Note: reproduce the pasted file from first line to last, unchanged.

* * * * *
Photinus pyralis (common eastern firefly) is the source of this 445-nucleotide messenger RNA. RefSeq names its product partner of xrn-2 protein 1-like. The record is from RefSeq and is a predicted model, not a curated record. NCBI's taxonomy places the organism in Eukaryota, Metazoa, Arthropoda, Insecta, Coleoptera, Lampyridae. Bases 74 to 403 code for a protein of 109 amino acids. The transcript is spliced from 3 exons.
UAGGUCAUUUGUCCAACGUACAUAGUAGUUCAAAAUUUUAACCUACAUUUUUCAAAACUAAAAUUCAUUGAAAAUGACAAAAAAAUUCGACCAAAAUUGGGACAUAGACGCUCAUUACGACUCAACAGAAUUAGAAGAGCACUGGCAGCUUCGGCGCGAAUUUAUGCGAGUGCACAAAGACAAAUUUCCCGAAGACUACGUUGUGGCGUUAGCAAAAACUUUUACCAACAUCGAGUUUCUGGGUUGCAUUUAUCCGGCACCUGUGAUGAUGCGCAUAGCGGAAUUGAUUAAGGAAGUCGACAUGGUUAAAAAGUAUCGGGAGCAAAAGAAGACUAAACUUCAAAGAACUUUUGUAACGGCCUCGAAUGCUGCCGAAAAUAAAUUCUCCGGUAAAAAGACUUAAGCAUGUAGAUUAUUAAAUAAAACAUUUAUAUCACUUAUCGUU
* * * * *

Photinus pyralis (common eastern firefly) is the source of this 445-nucleotide messenger RNA. RefSeq names its product partner of xrn-2 protein 1-like. The record is from RefSeq and is a predicted model, not a curated record. NCBI's taxonomy places the organism in Eukaryota, Metazoa, Arthropoda, Insecta, Coleoptera, Lampyridae. Bases 74 to 403 code for a protein of 109 amino acids. The transcript is spliced from 3 exons.
UAGGUCAUUUGUCCAACGUACAUAGUAGUUCAAAAUUUUAACCUACAUUUUUCAAAACUAAAAUUCAUUGAAAAUGACAAAAAAAUUCGACCAAAAUUGGGACAUAGACGCUCAUUACGACUCAACAGAAUUAGAAGAGCACUGGCAGCUUCGGCGCGAAUUUAUGCGAGUGCACAAAGACAAAUUUCCCGAAGACUACGUUGUGGCGUUAGCAAAAACUUUUACCAACAUCGAGUUUCUGGGUUGCAUUUAUCCGGCACCUGUGAUGAUGCGCAUAGCGGAAUUGAUUAAGGAAGUCGACAUGGUUAAAAAGUAUCGGGAGCAAAAGAAGACUAAACUUCAAAGAACUUUUGUAACGGCCUCGAAUGCUGCCGAAAAUAAAUUCUCCGGUAAAAAGACUUAAGCAUGUAGAUUAUUAAAUAAAACAUUUAUAUCACUUAUCGUU